Clayton: Seahawks facing 5 days that will define their season

Sep 27, 2019, 3:22 PM

Seahawks RB Chris Carson...

Chris Carson remains the Seahawks' starting running back despite three lost fumbles. (Getty)


On Sunday, the Seahawks begin the five days that will define their 2019 season.

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First they have an important NFC West road game against the Arizona Cardinals, and it will be followed Thursday night with a home game against the defending NFC champion Los Angeles Rams. If the Seahawks want to challenge for the NFC West title, they need to win these two games.

Clearly, the Seahawks will learn a lot about how good they are in these two games. The Rams have controlled the division for the past two years. The Cardinals are rebuilding with an Air Raid offense and Kyler Murray at quarterback. And the Seahawks need to win at least four of their six division games if they have any thoughts of winning the West or making the playoffs as a wild-card.

Let’s look what is ahead for the Cardinals game.

• The Seahawks are staying with Chris Carson as their starting running back, but he could be pulled if he has another fumble. Carson has put the ball on the field four times, three of which have been extremely costly.

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It’s questionable if Rashaad Penny will be able to play due to the hamstring injury that sidelined him last week; his availability will be a game-time decision. If Penny can’t go, the Seahawks will have C.J. Prosise as the backup. Carson has been working all week to cut down on the fumbles and he has the support of the coaching staff.

• The Seahawks should be able to run the ball in Arizona. The Cardinals are giving up 157 rushing yards per game for an average of 4.9 yards per carry. Mike Iupati, the former Cardinal, returns to Seattle’s offensive line and will strive to get the power blocking at the line of scrimmage. It looks as though Duane Brown should be able to play despite a sore bicep, as well.

• The Seahawks didn’t generate any pressure on New Orleans Saints quarterback Teddy Bridgewater last week. It’s a must that they get the pass rush going against Murray. The rookie Cardinals quarterback has been sacked 16 times year, second most in the league, including eight times last week against Carolina.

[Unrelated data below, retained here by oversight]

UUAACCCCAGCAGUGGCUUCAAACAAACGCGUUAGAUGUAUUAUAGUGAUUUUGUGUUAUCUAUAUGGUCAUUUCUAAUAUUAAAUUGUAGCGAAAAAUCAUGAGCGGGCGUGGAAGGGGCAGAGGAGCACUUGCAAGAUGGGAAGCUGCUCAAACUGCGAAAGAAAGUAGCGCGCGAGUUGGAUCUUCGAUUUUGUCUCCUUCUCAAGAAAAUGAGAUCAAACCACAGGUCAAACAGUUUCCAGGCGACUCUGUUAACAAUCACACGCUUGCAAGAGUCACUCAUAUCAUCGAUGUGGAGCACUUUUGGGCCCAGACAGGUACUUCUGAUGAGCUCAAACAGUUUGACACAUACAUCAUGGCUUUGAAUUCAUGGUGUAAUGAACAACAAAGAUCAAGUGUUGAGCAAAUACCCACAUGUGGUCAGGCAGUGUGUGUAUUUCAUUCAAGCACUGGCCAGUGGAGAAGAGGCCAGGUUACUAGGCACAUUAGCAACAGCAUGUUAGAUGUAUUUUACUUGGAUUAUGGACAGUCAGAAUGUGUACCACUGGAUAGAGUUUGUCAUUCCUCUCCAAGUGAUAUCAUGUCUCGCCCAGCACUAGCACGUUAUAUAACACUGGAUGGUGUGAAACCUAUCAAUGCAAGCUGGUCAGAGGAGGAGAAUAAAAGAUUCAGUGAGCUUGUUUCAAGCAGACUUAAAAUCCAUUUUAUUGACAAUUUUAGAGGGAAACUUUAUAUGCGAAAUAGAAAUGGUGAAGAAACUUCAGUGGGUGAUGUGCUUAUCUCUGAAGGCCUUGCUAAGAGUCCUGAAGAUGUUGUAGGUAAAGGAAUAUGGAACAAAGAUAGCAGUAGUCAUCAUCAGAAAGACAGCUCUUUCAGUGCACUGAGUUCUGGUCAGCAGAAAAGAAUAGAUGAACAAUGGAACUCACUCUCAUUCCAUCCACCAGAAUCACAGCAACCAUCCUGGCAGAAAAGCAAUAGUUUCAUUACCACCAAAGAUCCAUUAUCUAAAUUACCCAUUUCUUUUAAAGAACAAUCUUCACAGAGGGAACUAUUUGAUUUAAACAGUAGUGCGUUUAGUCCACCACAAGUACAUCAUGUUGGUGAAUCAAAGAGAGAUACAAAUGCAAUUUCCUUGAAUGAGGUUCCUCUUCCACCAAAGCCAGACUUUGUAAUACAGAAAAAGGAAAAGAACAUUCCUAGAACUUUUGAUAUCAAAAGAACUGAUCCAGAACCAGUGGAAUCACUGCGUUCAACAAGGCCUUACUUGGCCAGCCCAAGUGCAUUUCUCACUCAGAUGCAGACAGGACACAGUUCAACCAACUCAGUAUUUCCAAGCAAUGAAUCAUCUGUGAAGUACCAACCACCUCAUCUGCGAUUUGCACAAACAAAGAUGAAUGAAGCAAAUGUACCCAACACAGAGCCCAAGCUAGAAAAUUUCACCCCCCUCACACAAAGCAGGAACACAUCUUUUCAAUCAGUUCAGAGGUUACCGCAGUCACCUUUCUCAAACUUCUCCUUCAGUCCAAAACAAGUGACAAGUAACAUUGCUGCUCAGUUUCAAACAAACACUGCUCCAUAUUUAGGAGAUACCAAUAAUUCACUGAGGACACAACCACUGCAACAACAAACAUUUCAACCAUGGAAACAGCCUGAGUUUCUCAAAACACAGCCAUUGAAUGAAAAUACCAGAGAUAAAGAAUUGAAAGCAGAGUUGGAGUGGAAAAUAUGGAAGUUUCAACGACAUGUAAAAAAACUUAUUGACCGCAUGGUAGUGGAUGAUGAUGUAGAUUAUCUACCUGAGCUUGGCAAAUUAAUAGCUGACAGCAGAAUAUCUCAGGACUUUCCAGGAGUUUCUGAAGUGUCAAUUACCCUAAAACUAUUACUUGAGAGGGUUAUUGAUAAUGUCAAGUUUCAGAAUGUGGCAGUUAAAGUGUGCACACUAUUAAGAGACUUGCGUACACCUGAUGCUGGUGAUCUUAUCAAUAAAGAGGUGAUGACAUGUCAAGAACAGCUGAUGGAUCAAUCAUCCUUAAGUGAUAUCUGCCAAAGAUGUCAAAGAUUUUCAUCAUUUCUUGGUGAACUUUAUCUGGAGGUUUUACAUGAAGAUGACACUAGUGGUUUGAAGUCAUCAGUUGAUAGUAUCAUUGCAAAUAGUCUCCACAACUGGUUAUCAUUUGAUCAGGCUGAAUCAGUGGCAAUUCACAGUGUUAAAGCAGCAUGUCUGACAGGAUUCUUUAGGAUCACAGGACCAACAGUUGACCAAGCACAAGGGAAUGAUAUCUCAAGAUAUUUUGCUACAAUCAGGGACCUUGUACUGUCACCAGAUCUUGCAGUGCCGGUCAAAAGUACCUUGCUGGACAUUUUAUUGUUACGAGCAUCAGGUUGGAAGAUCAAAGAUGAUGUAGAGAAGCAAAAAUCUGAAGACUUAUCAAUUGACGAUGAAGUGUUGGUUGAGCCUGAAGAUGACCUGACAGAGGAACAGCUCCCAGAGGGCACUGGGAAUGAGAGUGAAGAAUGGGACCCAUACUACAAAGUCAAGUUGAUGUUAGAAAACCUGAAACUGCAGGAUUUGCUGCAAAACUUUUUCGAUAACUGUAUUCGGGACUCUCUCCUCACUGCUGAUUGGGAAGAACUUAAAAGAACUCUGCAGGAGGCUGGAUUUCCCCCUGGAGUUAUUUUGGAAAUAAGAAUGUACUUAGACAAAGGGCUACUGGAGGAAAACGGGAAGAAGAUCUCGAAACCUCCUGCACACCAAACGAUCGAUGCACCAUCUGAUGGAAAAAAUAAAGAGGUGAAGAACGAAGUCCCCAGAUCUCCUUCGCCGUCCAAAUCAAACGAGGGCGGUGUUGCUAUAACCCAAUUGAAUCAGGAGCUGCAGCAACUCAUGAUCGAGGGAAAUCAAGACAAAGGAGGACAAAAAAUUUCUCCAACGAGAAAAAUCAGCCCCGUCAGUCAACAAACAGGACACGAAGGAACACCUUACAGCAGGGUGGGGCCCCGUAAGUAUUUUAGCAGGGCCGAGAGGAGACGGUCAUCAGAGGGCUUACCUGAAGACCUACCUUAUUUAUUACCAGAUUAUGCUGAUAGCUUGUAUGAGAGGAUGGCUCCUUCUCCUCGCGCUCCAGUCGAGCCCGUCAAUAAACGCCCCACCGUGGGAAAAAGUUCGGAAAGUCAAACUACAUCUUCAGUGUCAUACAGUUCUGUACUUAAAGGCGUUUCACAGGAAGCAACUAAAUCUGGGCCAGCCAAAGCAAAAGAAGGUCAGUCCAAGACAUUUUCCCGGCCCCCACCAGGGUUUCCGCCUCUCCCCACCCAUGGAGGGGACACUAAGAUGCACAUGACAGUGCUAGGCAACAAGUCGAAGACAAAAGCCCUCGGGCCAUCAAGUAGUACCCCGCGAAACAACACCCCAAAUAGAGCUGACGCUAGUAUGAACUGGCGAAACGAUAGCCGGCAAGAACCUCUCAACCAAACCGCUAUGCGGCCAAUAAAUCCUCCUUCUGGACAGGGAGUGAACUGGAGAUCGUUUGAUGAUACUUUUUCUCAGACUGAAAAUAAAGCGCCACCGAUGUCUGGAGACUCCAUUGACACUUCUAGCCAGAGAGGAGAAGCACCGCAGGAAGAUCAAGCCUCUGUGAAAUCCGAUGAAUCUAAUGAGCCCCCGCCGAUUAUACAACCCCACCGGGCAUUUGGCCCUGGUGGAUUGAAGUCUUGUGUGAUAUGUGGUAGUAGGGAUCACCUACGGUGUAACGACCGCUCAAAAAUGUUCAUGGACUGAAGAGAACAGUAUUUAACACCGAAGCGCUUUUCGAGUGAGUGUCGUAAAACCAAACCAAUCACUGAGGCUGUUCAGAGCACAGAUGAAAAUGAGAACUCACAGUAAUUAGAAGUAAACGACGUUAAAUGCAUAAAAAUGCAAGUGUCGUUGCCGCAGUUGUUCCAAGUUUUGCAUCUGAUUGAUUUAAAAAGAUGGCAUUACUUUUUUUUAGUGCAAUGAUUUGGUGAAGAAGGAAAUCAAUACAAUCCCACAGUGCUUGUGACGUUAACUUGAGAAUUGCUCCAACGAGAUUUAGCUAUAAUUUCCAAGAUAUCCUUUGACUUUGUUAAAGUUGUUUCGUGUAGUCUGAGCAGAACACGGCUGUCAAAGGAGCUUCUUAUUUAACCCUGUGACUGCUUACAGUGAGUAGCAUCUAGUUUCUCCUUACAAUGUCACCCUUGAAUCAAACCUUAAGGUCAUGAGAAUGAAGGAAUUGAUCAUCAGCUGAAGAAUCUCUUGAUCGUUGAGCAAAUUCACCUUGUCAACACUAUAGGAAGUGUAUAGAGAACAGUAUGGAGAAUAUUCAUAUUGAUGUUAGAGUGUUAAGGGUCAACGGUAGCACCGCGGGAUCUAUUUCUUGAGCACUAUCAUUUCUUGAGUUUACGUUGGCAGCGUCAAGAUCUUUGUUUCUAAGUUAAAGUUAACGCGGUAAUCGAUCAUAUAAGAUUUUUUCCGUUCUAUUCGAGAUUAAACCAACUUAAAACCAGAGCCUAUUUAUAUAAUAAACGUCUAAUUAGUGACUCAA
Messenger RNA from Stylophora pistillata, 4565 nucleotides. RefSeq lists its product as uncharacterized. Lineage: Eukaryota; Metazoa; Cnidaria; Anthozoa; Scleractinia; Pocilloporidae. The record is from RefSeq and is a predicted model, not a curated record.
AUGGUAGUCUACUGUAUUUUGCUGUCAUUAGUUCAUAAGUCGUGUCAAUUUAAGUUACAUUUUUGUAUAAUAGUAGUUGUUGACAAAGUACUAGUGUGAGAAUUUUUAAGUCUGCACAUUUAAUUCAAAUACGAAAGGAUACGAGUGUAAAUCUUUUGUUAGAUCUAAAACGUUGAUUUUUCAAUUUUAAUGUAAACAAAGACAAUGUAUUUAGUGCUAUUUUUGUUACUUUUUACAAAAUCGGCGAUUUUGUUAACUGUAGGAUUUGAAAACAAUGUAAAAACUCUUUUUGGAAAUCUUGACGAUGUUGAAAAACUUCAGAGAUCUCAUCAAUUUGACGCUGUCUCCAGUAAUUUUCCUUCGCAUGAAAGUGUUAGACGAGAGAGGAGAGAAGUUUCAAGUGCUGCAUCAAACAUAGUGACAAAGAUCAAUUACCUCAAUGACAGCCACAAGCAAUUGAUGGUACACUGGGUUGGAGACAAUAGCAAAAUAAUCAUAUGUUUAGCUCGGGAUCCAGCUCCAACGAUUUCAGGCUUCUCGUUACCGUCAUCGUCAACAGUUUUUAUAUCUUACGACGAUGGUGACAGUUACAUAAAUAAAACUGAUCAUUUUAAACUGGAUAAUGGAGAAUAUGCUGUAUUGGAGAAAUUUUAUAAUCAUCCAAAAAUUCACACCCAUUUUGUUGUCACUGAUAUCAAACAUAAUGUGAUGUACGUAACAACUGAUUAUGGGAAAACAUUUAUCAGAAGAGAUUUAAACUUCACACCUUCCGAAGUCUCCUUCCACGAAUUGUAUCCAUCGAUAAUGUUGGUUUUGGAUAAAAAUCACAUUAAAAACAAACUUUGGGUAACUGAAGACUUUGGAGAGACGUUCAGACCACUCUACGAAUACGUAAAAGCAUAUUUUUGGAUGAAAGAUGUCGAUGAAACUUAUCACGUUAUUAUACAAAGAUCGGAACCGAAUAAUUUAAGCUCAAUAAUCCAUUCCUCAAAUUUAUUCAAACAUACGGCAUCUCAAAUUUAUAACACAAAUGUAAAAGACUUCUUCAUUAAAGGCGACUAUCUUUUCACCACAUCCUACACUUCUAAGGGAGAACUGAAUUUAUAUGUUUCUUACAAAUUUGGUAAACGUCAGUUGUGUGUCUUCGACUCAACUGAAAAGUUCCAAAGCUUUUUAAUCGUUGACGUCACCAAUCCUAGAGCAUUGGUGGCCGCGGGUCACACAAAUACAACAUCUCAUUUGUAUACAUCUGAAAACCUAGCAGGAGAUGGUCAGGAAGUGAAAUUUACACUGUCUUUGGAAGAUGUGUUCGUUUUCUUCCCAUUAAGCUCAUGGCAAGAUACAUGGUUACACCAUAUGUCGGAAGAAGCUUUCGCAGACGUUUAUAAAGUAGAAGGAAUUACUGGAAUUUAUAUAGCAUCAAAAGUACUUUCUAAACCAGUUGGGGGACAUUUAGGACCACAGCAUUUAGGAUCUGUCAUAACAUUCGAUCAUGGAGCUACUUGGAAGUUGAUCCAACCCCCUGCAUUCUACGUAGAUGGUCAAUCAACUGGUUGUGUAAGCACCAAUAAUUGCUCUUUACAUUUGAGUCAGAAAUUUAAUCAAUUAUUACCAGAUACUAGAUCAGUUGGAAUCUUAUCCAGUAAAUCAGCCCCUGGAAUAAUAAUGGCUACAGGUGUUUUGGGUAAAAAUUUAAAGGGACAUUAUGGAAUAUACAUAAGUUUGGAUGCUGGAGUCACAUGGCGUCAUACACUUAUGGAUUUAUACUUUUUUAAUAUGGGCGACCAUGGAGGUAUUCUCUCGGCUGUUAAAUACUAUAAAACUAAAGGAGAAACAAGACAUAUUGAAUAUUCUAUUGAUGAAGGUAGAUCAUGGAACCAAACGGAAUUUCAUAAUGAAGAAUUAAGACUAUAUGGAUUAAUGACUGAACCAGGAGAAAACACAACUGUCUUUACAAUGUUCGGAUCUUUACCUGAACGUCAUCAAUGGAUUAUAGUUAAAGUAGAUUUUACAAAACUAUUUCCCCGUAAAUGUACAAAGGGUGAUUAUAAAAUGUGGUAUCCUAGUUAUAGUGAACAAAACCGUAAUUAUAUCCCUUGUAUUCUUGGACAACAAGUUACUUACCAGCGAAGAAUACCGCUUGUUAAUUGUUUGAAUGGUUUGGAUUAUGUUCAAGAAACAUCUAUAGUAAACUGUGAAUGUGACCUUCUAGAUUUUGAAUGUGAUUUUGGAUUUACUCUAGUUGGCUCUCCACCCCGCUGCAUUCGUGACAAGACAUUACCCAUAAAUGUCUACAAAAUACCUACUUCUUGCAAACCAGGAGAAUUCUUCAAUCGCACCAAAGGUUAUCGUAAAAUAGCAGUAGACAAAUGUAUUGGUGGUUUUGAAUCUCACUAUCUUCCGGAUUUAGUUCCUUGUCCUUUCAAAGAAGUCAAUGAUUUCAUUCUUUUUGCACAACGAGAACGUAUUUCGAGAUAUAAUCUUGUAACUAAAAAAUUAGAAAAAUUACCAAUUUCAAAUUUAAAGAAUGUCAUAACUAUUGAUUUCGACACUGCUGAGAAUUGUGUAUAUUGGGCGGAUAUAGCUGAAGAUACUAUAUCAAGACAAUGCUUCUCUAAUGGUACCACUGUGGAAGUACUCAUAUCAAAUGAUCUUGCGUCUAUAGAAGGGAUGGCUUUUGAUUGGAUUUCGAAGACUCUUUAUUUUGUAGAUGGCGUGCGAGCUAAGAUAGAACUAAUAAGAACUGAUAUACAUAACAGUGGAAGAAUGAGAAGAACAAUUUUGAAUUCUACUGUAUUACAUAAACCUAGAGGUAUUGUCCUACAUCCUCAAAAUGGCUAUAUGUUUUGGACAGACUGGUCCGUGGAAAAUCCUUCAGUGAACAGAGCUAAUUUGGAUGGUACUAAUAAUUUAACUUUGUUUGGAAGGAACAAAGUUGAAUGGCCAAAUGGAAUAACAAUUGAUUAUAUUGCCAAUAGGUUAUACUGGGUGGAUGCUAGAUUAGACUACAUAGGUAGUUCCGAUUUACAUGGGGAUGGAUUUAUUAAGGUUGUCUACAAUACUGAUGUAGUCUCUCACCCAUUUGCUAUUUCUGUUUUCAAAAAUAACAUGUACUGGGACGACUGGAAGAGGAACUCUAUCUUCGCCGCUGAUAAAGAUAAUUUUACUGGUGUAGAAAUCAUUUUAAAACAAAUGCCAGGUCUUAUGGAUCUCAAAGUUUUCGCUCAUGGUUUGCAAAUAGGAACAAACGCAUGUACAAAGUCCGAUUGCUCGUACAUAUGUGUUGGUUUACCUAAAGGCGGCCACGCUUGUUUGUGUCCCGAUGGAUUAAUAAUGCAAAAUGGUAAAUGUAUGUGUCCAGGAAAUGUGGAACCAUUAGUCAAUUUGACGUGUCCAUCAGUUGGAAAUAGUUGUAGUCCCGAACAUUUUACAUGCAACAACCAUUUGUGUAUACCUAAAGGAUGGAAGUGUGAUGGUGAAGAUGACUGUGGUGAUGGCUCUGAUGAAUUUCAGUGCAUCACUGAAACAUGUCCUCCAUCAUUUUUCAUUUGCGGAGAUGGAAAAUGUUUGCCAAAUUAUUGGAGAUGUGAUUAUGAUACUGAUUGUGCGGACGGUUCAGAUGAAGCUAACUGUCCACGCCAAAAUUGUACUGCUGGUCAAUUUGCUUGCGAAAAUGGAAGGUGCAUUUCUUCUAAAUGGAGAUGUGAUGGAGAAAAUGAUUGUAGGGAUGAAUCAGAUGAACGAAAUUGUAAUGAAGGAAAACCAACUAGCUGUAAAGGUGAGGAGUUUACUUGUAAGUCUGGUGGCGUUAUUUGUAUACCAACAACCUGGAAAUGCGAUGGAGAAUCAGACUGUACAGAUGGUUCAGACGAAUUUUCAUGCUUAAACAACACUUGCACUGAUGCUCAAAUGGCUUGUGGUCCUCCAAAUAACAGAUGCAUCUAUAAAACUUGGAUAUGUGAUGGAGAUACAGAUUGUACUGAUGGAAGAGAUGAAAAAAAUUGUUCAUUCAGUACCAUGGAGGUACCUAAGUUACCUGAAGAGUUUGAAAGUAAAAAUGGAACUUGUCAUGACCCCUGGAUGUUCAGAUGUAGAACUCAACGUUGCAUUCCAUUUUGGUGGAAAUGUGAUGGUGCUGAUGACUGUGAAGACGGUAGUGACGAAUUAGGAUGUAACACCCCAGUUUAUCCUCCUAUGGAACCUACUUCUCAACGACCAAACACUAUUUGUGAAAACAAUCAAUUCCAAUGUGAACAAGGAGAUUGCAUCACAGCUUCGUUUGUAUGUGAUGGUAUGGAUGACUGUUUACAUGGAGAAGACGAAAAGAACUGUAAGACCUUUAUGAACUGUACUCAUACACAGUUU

Defensive end Ziggy Ansah is questionable to play with a sore back. He was on the field for 19 plays against the Saints but didn’t generate any stats. The Seahawks need Ansah and Jadeveon Clowney to bring pressure from the edges.

• Even though Seahawks coach Pete Carroll likes to stay with the base defense of four defensive linemen and three linebackers because his linebackers are so good, he will have to adjust. The Cardinals use mostly four- and five-receiver sets. That will cause the Seahawks to consider using six defensive backs.

• The Arizona offense is geared to gaining yards, averaging 328 yards per game, 243.7 of which are coming through the air. Murray averages 45.6 throws a game and completes 61.3 percent of his passes. Many of them are short throws – he’s averaging 6.1 yards per attempt.

• One of the missing elements of the Arizona offense is the running game. In three games, the Cardinals have only 56 runs total, and Murray has 14 of those runs.

Running back David Johnson is still making an adjustment to this offense. With all handoffs coming off shotgun, Johnson has yet to get into any kind of running rhythm. He has 133 yards on 36 carries for a 3.7 yard average. He’s grabbed 13 passes for 83 yards, a 6.4 yard average.

• Like the run-and-shoot offense, the Cardinals put their best receivers in the slot. Larry Fitzgerald and Christian Kirk have combined for 38 catches for 458 yards.

• One of the problems the Cardinals are experiencing that is similar to the run-and-shoot days is that they move the ball well between the 20s but struggle in the red zone. The Cardinals have made 11 trips to the red zone but have scored only four touchdowns, a 36.4 percentage that is the third-worst in football.

• Seahawks tight end Will Dissly could have another good day. The Cardinals have given up 23 completions for 348 yards in three games on passes to tight ends, and Dissly has stood out as Seattle’s second-leading receiver with 12 catches for 124 yards and three touchdowns.

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